The essence of analytical philosophy is the presentation of a valid argument. But often the result is a lot of boring nonsense, many of us find. Why? Well, the reason may be that we are encouraged to work with an absurd definition of ‘valid’. A technically valid argument is, for example, since x and y, therefore x.
......But what about, since the sky is blue, and there’s little wind, I won’t need my umbrella? Technically, that’s invalid because it’s not impossible that it suddenly clouds over and rains. Some philosophers would therefore call it an induction. But I don’t see any generalisation over lots of observations there. And while such a generalisation may well be one of the argument’s many implicit premises, surely it is all the obvious implicit premises that make the argument sufficiently valid for human communication.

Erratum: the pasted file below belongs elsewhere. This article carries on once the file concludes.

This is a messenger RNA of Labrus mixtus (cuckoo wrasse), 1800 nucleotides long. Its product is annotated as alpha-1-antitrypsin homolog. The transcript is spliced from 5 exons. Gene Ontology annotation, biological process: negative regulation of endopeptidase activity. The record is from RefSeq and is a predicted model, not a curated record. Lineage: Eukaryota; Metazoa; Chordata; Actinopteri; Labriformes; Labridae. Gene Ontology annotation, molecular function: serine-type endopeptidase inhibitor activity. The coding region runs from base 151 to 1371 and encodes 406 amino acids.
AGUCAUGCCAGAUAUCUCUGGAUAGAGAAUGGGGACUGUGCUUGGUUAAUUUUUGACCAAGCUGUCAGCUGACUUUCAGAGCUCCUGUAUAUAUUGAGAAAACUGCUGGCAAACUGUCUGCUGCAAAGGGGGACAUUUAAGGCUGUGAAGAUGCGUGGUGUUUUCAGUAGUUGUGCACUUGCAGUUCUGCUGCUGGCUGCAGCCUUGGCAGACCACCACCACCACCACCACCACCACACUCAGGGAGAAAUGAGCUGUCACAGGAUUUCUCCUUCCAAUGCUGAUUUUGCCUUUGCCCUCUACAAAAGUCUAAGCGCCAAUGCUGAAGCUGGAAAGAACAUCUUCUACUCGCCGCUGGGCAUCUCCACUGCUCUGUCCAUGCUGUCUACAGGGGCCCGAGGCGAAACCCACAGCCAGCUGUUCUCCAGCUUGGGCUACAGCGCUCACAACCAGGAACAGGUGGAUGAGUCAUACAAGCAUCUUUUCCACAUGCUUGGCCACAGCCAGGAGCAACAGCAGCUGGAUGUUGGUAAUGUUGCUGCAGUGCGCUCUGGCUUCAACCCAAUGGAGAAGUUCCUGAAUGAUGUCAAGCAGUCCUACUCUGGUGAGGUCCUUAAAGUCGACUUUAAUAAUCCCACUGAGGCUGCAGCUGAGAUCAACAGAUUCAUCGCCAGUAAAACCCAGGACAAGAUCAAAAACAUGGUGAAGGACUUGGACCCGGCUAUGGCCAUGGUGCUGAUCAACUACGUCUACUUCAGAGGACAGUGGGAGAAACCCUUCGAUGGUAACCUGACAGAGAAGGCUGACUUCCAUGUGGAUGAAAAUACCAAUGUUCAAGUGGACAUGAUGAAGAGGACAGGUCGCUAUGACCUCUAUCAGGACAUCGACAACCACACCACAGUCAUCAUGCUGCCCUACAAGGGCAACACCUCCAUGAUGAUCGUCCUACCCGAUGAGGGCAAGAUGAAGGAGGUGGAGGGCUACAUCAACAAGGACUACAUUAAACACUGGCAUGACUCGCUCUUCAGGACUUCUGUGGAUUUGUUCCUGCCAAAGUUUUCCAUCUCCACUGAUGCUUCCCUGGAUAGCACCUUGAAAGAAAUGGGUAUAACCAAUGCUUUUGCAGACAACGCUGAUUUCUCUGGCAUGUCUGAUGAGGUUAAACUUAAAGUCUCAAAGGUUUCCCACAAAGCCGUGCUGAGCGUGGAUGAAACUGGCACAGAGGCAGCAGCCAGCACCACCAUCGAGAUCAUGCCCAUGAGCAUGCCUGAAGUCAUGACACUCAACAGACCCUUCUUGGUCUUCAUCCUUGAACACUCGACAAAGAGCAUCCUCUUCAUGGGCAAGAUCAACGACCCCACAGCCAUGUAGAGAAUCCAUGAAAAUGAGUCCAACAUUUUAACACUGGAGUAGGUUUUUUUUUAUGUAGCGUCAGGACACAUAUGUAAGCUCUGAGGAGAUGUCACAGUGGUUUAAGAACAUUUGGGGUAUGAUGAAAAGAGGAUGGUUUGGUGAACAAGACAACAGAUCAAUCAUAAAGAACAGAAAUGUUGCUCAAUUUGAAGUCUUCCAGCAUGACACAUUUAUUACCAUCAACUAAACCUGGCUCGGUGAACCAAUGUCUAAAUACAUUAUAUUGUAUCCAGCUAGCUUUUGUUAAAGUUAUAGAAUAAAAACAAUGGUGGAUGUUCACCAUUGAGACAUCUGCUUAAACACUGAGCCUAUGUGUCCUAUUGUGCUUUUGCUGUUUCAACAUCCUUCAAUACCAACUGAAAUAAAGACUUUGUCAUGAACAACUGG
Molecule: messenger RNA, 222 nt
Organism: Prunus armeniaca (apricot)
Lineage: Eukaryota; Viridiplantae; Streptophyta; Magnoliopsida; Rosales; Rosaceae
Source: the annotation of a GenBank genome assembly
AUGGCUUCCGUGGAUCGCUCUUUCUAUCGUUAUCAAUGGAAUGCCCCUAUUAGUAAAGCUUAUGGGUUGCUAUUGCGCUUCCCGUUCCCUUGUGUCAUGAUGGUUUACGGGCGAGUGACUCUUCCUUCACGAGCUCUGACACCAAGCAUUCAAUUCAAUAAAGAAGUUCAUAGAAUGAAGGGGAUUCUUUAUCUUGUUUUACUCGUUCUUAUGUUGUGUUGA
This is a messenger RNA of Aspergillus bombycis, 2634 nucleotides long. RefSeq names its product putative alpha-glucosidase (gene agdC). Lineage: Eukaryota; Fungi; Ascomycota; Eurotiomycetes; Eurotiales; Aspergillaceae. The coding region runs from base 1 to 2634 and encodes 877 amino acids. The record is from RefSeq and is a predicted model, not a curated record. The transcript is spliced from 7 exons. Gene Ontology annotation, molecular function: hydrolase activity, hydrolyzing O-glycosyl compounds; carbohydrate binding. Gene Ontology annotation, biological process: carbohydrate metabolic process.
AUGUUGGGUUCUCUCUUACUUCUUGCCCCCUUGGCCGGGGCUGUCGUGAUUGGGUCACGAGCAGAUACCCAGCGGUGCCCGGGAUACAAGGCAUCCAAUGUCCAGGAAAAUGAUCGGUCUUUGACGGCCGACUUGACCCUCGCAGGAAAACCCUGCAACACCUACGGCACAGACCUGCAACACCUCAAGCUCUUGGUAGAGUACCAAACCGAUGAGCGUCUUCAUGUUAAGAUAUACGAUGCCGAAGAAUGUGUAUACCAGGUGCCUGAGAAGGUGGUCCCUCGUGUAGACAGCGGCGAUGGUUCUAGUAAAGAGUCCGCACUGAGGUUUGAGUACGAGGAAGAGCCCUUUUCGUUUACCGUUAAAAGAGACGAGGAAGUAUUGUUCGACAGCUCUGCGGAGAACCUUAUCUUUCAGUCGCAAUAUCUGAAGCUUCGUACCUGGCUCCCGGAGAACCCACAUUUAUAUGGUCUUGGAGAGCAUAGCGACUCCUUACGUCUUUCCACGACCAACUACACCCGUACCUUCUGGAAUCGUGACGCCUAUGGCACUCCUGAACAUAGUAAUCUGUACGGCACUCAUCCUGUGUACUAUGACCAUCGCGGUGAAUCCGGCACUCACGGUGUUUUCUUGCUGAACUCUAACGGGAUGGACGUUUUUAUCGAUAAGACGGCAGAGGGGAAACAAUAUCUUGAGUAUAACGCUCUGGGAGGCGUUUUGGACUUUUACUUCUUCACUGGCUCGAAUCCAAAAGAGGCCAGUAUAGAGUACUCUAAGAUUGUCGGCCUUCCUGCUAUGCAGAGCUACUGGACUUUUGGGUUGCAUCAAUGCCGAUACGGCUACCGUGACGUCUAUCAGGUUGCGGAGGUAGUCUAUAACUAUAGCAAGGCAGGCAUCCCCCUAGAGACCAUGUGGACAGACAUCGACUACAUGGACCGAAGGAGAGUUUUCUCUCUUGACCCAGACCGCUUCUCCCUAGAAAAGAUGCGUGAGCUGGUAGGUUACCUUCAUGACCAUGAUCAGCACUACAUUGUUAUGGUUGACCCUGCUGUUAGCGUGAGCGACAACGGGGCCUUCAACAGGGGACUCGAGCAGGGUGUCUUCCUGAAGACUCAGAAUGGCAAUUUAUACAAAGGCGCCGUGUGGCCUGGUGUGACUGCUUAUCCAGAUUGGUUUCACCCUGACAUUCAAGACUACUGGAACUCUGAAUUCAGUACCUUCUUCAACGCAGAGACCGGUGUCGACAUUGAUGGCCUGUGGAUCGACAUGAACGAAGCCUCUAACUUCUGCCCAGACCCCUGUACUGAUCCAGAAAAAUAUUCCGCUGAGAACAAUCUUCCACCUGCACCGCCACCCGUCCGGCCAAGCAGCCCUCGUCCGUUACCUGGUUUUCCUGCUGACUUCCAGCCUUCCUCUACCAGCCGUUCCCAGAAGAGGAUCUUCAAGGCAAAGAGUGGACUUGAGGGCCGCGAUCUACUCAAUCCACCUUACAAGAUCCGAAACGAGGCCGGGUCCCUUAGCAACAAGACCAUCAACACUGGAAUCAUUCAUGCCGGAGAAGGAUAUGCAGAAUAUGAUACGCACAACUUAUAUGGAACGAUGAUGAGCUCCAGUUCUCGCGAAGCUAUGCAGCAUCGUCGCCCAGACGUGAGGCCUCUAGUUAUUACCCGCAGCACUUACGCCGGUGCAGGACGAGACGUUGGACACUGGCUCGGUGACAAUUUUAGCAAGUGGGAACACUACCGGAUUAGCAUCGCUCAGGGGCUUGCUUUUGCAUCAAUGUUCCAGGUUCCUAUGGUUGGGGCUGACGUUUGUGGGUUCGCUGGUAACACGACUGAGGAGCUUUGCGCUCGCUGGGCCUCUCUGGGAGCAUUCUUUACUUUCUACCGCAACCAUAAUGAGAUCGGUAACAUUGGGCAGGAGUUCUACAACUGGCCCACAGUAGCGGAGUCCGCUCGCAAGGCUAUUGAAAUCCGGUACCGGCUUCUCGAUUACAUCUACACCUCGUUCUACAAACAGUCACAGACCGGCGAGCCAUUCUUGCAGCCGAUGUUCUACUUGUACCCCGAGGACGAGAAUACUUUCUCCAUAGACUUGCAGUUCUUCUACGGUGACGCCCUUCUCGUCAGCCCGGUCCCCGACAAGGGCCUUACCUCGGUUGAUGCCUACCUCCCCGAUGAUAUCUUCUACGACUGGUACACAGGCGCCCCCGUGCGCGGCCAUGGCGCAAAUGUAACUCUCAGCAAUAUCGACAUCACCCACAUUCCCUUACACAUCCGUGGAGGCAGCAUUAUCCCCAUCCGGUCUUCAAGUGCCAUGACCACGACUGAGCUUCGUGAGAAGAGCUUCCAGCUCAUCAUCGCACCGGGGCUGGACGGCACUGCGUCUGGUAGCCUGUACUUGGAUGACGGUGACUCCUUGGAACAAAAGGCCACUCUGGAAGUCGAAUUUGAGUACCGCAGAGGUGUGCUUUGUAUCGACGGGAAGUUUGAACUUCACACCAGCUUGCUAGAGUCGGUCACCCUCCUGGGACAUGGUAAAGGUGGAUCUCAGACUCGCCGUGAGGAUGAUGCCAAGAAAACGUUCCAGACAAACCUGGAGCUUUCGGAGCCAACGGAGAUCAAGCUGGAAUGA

......Or, for a more philosophical example, consider Moore’s argument: Since that looks like a tree, therefore that is a tree. Now, we usually make such a deduction subconsciously, but nevertheless, surely such arguments are usually valid enough. And even in more rigorous contexts, how else are we to do science except by taking our readings to be as we read them? What would make such arguments invalid is something like bad lighting, not the mere possibility that we’ve just been taken into the Matrix.
......Indeed, even if we had been, our argument might be valid enough, because we would then be using words in a new external world, and ‘tree’ would usually refer to the new object. Our argument would only be invalidated if we were aware that we were in the Matrix, and if that aspect of our situation was the most apposite.
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